I attended Catholic school grades 1 through 8, and this of course meant wearing a uniform. In the lower grades it was a blue plaid jumper with a skirt.
That created a problem. Our play yard had a jungle gym, and some boys in the class took advantage of the situation to look up our skirts whenever we girls were on it. A few of us complained to the teacher about this unscrupulous behavior. Well, Sister came up with a not so brilliant solution: ban the girls from the jungle gym.
I’ll never forget going out to recess that day, and hearing some boys on the jungle gym sneering, “Nyah, nyah. Girls aren’t allowed. Nyah, nyah.”
I learned a lesson that day, although I’m sure it wasn’t one Sister intended:
Victims are punished.
Sinners are rewarded.
When you look at the world, doesn’t it seem that way? Take, for example, someone who cheats on a test. He gets an “A” but throws off the curve so that it lowers the scores of the students who actually studied. Victims punished, sinner rewarded.
I once saw an internet post from a young man who decried God for being, in his opinion, unfair. His wife, he said, had cheated, then divorced him and married the other man. Because the poster was Catholic and had no grounds for annulment, he was, he claimed, condemned to a life of loneliness while she got to be happy. What was worse, he said, was that she could repent at the last moment and make it into heaven anyway. The way he saw it, the victim was punished but the sinner rewarded.
St. Bernard of Clairvaux seems to have such a person in mind when he said in his book On Loving God “Whosoever loves his own prosperity only is proved thereby not to love good for its own sake, since he loves it on his own account.” This young man who claimed God is unfair sounds a lot, to me at least, like the older brother of the prodigal son.
Of course the wife was, quite literally, playing with hellfire. No guarantee existed that she would know in advance when she was about to die. And, even if she did, repentance requires contrition, something one living in sin for decades might have a bit of difficulty drumming up at the last moment. Even if she managed to be contrite, there would certainly be some recompense in Purgatory. Doesn’t sound like much of a reward to me.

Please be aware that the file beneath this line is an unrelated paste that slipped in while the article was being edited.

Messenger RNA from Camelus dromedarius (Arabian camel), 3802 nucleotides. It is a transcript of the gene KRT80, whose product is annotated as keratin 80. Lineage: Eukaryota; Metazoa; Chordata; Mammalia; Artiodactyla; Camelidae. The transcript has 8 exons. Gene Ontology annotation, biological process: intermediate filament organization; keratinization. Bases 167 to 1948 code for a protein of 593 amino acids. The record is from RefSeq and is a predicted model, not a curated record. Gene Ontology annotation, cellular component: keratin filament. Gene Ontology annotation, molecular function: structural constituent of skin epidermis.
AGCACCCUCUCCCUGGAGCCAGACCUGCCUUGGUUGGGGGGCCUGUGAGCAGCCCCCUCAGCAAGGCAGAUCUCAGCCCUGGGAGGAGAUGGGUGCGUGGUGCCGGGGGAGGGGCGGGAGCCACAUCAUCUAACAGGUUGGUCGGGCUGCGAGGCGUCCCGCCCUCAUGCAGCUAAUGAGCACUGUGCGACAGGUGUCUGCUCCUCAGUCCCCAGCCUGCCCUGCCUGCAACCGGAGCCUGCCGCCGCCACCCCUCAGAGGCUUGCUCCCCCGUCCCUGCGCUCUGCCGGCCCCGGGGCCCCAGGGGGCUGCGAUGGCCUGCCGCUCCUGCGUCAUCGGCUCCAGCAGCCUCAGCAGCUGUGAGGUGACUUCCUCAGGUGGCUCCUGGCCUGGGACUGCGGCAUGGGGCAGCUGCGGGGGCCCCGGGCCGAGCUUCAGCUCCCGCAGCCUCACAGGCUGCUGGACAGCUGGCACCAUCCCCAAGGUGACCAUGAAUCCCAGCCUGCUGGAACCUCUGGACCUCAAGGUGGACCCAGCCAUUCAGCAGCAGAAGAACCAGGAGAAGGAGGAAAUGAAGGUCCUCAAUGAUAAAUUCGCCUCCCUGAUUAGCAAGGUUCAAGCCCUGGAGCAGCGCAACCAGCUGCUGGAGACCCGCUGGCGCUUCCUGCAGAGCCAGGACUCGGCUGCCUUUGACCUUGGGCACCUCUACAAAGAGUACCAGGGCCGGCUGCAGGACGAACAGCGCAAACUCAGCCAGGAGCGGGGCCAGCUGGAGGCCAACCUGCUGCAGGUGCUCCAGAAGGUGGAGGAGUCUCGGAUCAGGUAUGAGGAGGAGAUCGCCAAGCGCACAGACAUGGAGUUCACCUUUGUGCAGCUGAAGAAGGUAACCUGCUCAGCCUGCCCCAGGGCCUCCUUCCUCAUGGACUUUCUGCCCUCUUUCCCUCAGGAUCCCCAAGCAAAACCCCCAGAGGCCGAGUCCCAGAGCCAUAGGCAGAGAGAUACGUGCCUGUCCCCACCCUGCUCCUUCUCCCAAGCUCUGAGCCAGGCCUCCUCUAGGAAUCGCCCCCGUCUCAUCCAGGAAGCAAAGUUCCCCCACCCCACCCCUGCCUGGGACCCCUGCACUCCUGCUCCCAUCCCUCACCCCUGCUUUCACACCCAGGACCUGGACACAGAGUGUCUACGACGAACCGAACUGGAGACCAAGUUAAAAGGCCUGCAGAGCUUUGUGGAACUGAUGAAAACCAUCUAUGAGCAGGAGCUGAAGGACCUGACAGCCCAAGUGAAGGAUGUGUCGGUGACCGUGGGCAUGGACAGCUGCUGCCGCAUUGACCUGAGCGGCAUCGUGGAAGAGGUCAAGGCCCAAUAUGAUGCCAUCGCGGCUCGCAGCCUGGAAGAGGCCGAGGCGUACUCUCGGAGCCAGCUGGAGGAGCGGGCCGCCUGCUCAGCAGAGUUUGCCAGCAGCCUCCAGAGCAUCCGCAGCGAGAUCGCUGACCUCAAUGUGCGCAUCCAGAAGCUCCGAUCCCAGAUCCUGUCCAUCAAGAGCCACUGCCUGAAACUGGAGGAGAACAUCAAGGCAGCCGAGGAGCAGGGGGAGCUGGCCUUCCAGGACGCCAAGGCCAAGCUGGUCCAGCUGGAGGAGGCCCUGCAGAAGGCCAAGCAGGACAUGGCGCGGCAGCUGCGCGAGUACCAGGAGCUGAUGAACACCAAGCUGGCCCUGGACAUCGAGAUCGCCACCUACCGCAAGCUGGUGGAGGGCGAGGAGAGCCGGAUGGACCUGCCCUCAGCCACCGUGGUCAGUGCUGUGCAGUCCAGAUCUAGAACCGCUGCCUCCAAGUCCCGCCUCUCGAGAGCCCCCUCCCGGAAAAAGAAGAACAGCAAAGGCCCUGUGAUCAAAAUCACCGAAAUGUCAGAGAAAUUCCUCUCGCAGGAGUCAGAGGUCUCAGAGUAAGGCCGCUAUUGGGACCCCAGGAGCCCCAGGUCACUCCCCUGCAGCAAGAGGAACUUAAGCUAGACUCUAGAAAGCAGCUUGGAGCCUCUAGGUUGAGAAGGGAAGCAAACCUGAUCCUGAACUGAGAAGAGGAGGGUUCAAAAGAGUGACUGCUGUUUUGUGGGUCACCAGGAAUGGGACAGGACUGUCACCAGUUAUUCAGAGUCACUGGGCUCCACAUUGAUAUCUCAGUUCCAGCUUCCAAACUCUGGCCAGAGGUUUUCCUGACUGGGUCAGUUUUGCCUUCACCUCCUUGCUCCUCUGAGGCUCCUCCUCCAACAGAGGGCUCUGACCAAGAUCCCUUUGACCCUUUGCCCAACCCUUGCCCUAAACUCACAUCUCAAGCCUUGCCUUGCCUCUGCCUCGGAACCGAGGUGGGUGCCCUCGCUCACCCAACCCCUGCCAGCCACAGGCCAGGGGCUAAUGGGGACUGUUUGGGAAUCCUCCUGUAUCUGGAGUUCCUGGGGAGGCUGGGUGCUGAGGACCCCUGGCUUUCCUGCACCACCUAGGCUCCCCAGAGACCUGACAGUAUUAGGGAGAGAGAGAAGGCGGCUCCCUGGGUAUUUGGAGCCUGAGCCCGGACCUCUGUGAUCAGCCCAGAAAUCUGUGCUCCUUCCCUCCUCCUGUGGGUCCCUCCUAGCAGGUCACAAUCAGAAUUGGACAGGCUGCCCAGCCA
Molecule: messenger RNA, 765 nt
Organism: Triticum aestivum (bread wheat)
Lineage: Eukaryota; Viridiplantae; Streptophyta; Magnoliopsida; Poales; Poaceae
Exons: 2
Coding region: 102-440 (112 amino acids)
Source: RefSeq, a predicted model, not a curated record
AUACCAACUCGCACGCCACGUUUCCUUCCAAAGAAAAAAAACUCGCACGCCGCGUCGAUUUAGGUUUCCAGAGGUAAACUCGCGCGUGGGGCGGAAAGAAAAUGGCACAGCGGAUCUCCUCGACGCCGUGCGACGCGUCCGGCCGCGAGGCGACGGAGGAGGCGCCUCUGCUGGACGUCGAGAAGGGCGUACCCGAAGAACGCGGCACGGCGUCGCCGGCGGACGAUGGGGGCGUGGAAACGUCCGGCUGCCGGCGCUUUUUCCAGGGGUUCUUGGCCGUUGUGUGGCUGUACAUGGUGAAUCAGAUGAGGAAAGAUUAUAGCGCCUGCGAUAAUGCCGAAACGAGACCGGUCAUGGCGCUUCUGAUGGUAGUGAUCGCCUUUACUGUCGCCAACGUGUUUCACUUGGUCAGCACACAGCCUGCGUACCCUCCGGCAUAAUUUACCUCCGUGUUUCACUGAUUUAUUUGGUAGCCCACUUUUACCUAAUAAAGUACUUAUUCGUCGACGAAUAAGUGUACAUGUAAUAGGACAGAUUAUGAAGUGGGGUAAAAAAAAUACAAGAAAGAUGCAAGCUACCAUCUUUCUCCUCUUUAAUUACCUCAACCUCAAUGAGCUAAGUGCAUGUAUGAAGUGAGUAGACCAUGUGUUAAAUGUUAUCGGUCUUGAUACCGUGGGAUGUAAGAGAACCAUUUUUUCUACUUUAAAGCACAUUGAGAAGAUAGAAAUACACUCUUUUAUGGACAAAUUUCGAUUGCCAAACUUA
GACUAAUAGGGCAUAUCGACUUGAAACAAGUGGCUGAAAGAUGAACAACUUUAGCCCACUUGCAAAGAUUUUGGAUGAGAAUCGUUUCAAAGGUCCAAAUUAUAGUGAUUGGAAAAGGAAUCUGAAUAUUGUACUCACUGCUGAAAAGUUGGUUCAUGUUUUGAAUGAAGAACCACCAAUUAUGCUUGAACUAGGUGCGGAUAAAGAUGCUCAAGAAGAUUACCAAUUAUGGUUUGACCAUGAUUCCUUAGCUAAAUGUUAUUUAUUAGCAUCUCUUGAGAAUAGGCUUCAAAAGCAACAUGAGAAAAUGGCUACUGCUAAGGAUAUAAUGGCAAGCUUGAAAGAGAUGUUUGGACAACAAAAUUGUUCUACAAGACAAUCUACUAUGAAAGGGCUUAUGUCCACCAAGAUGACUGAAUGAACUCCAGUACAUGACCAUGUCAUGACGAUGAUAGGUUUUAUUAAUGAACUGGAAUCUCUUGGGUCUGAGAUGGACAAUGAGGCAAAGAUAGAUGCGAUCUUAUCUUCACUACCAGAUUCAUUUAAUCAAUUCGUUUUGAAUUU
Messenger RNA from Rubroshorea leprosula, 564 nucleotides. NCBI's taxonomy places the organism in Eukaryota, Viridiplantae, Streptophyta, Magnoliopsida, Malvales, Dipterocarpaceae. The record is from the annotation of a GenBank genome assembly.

Let’s say, however, that she would be forewarned of her death, repented of her sins, went to confession, and gained herself a plenary indulgence.
That would be terrific!
When you think about it, isn’t the husband’s complaint about his wife getting into heaven like that of the laborers who toiled all day in the vineyard? When the first came to get their wages, Jesus tells us in this parable, “they thought that they would receive more, but each of them also got the usual wage. And on receiving it they grumbled against the landowner, saying, ‘These last ones worked only one hour, and you have made them equal to us, who bore the day’s burden and the heat.’ He said to one of them in reply, ‘My friend, I am not cheating you. Did you not agree with me for the usual daily wage? Take what is yours and go. What if I wish to give this last one the same as you? Am I not free to do as I wish with my own money? Are you envious because I am generous?’” (Matthew 20:10-15, italicizing mine)
Jesus doesn’t seem to have a problem with sinners who repent at the last moment getting into heaven, so how can I? As for victims, I am sure God is never outdone in His generosity.
By the way, the next day I was back on the jungle gym. Of course the boys tattled to Sister. To everyone’s shock, I was quite happy to raise my skirt in front of her and the entire playground.
I was wearing a pair of shorts under my uniform.